Bottom Line: While herbicides and other pesticides have long been a target for various radical environmental groups, there is still no evidence that atrazine poses any health risk when found in miniscule quantities in groundwater. Its real benefits far exceed any of the hypothetical threats it poses.

4. Phthalates

The (Unfounded) Scare: A group of chemicals known as phthalates have long been added to polyvinyl chloride (PVC) in order to soften plastics. Phthalates can be found in a bounty of products including their most iconic use in rubber duckies as well as intravenous medical tubing, catheters, blood storage bags, pacifiers, shower curtains, hair sprays, body lotions, shampoos and various other personal care products. They have been incriminated as a deadly poison responsible for various health maladies including developmental and reproductive defects in fetal exposure.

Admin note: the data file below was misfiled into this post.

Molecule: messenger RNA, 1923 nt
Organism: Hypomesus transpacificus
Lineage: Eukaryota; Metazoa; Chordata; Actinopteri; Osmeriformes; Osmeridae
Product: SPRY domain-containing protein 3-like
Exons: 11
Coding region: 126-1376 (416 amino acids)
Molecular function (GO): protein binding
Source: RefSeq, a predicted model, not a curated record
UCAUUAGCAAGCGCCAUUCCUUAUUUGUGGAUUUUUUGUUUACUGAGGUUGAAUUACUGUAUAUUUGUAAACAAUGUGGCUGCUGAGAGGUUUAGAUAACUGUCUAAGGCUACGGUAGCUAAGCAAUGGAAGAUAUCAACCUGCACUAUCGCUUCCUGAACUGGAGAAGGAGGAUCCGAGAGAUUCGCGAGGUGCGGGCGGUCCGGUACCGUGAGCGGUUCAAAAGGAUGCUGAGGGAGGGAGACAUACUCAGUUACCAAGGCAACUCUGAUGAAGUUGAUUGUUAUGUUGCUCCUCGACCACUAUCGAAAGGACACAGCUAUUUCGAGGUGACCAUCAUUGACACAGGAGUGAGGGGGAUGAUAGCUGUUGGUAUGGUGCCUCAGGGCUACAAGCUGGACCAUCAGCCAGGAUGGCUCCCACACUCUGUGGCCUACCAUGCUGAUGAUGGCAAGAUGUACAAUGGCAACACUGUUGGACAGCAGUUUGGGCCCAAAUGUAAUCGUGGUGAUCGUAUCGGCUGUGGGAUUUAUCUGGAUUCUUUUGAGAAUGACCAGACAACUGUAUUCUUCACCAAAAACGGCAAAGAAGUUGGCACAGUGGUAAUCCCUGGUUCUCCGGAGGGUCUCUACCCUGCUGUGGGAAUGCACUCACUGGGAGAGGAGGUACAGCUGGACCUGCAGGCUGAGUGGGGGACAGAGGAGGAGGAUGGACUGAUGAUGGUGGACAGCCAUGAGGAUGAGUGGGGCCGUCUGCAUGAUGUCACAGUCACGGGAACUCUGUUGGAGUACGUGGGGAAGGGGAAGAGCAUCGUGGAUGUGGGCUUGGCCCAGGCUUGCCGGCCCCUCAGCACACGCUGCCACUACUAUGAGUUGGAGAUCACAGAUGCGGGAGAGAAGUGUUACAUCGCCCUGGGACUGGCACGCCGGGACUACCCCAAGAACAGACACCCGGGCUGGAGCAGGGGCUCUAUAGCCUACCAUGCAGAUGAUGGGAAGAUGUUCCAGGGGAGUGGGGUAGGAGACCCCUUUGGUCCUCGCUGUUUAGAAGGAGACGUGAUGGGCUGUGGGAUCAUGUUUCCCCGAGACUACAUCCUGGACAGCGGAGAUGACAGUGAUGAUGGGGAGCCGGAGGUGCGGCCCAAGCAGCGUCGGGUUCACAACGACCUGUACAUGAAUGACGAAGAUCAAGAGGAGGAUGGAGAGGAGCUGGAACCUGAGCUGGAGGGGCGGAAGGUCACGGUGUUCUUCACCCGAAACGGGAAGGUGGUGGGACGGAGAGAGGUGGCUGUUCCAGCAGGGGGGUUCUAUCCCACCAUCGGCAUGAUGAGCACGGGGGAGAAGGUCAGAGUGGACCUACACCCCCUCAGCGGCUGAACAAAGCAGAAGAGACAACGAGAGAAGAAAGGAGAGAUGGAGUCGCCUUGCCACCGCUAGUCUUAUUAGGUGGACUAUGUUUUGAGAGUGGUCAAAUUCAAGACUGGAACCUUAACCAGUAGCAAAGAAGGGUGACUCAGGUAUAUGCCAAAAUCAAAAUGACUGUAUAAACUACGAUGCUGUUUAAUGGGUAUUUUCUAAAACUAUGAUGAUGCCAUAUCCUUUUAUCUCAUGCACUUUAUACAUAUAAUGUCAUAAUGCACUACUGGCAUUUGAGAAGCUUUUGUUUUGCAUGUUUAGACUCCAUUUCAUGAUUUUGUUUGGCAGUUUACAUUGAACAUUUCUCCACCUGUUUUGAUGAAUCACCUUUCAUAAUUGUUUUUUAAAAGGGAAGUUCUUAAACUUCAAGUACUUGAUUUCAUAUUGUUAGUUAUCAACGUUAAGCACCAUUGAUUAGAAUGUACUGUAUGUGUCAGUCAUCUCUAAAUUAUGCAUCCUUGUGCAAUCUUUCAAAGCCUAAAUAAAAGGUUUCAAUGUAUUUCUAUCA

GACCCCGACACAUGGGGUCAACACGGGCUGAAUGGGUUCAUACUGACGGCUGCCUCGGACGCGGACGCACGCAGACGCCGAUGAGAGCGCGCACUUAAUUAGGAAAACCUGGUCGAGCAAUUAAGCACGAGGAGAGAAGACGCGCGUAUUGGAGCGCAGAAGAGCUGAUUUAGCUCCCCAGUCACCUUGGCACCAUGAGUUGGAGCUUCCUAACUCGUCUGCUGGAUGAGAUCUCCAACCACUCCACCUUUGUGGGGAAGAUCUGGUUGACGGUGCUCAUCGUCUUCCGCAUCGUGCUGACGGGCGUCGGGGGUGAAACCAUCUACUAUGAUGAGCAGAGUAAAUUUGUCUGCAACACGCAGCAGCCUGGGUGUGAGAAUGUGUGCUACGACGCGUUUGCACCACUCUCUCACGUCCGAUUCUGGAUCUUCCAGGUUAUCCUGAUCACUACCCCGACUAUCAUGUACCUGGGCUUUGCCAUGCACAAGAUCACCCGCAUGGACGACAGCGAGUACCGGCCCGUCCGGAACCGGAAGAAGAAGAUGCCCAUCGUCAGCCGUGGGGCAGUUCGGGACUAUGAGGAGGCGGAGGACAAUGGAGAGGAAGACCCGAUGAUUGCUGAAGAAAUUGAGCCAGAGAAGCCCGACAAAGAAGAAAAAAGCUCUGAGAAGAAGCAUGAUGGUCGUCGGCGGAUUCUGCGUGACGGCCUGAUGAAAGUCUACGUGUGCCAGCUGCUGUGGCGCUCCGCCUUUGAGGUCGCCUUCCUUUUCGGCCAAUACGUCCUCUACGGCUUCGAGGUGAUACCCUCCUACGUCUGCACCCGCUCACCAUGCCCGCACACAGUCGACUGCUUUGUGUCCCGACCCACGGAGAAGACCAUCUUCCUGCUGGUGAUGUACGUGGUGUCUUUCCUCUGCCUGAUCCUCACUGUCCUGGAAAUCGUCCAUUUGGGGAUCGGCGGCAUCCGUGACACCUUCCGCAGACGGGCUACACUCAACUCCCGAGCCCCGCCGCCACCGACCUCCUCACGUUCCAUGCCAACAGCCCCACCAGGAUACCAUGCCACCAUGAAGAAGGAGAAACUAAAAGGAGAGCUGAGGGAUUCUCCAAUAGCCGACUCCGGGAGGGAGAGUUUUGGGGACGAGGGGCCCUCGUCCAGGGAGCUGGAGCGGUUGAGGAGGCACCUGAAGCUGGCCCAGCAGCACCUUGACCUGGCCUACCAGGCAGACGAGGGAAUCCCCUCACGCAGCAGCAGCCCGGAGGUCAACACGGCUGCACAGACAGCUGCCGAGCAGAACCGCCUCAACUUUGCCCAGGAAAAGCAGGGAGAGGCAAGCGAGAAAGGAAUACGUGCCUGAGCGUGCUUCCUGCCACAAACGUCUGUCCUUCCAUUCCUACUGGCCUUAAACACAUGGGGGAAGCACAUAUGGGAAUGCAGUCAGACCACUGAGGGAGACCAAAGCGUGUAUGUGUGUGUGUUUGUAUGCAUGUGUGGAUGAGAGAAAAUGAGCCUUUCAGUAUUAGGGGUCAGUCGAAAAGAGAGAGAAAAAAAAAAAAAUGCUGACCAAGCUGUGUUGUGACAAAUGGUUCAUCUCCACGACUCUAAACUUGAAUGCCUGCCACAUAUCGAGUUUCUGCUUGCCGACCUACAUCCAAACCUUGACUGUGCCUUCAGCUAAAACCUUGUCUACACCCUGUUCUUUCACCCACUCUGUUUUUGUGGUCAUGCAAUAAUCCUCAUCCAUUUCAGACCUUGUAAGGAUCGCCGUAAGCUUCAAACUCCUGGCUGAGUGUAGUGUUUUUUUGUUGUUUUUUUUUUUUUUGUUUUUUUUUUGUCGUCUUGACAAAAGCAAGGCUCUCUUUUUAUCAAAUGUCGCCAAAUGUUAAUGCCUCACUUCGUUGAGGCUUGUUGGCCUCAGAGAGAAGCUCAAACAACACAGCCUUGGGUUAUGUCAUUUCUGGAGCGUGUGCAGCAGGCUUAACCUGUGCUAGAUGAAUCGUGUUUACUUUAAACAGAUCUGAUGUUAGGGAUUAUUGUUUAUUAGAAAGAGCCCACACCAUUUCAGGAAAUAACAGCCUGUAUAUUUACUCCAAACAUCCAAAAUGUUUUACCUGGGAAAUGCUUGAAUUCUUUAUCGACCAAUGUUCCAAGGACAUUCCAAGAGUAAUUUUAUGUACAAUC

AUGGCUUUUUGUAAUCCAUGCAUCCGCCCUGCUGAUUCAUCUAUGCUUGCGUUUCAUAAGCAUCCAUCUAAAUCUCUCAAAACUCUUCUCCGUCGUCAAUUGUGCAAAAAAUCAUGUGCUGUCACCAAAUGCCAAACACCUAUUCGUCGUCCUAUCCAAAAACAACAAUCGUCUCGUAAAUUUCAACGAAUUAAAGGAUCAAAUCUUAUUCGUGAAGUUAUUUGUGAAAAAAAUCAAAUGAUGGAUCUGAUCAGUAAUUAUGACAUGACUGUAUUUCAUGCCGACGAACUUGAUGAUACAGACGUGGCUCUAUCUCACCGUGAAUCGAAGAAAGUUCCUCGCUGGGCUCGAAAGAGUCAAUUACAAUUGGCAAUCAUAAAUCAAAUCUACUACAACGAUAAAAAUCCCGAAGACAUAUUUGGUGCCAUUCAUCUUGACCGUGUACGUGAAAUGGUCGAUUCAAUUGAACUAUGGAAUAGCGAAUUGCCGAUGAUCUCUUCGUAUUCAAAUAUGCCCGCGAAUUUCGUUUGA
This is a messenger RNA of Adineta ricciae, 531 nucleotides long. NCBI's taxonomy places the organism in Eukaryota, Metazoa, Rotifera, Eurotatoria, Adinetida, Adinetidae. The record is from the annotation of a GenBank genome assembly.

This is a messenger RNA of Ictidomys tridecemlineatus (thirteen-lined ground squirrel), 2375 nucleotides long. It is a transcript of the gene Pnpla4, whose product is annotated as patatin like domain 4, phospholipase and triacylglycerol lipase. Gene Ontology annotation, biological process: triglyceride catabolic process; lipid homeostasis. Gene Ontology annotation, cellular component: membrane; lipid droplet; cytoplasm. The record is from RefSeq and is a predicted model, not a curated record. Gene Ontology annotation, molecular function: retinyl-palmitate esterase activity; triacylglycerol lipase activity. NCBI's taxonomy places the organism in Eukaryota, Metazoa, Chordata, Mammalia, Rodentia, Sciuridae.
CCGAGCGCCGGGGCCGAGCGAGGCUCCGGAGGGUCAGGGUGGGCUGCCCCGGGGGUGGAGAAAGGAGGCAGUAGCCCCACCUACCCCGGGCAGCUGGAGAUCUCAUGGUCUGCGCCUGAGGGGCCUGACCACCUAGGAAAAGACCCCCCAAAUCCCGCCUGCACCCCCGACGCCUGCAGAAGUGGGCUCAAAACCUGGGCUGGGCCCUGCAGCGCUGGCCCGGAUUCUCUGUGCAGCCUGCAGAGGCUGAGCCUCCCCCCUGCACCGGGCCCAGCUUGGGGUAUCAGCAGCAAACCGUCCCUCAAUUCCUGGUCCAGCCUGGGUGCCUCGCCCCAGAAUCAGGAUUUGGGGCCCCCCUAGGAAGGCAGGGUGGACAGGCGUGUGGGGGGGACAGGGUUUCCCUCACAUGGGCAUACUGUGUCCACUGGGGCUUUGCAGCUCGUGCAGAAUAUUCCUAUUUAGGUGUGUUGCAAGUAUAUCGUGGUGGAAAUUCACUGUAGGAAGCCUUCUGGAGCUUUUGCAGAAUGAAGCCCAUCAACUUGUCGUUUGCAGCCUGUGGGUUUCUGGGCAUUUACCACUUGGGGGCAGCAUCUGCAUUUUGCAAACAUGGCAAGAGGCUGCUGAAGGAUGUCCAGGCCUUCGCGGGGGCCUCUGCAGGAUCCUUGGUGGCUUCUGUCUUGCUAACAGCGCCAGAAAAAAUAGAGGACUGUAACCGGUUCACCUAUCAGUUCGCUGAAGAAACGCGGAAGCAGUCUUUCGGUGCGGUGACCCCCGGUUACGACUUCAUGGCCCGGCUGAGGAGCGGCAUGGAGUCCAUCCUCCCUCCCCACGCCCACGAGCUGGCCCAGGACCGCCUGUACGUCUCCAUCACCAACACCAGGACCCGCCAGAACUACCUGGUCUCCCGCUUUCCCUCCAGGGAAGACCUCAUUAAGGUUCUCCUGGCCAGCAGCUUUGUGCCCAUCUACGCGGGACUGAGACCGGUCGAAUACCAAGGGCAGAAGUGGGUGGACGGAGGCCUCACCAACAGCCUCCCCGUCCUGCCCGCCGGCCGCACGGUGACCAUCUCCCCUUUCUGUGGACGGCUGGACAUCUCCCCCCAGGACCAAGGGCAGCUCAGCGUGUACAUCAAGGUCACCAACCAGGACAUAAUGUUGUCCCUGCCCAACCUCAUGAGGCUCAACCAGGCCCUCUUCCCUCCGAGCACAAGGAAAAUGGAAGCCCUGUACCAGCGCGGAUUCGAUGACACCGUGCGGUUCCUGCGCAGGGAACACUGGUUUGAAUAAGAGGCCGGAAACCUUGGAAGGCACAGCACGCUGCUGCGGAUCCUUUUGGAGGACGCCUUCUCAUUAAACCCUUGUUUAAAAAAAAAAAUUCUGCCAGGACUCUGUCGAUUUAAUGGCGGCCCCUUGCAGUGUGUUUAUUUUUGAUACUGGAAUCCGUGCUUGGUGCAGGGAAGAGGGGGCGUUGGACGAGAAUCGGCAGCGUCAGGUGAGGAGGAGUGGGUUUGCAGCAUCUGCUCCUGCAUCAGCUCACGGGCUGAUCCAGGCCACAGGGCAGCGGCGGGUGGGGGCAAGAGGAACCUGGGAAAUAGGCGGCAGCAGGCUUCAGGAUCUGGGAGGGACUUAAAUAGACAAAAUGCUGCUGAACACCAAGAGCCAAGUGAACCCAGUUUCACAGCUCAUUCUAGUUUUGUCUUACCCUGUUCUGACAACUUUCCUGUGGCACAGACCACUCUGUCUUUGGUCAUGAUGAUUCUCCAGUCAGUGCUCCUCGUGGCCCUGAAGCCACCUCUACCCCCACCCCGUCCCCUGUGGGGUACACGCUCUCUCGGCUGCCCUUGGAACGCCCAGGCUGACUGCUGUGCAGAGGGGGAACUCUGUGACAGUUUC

Origin of the Scare: In March, biostatistician Dr. Shanna Swan, professor of Obstetrics and Gynecology and Environmental Medicine at the University of Rochester School of Medicine & Dentistry, released yet another flawed study Phthalates and human health that attempted to demonstrate phthalates ability to demasculinize boys, thus causing preschool aged boys to play with more girly toys.

Media Coverage: CBS 60 Minutes featured Dr. Swan on a special report chronicling the dangers of phthalates, in which they perpetuated baseless allegations against this safe chemical additive. The report was riddled with biases and made the specific claim that hypospadias (a defect of the urethra in baby boys) is increasing in frequency due to the greater prevalence of phthalates in the environment.

On June 4, Dr. Whelan was featured on the CNN special Toxic Childhood hosted by Dr. Sanjay Gupta in which she went head to head against EWG President Ken Cook. Within the special, Dr. Gupta claimed that residents who live near plants that manufacture PVC in Mossville, La. were subject to extraordinary health risks. After countering these fear-mongering fallacies, Dr. Whelan commented on her TV appearance: I would expect more accurate and balanced reporting from one of our leading cable news sources. This report was based solely on hype and emotion and lacked accurate scientific investigations.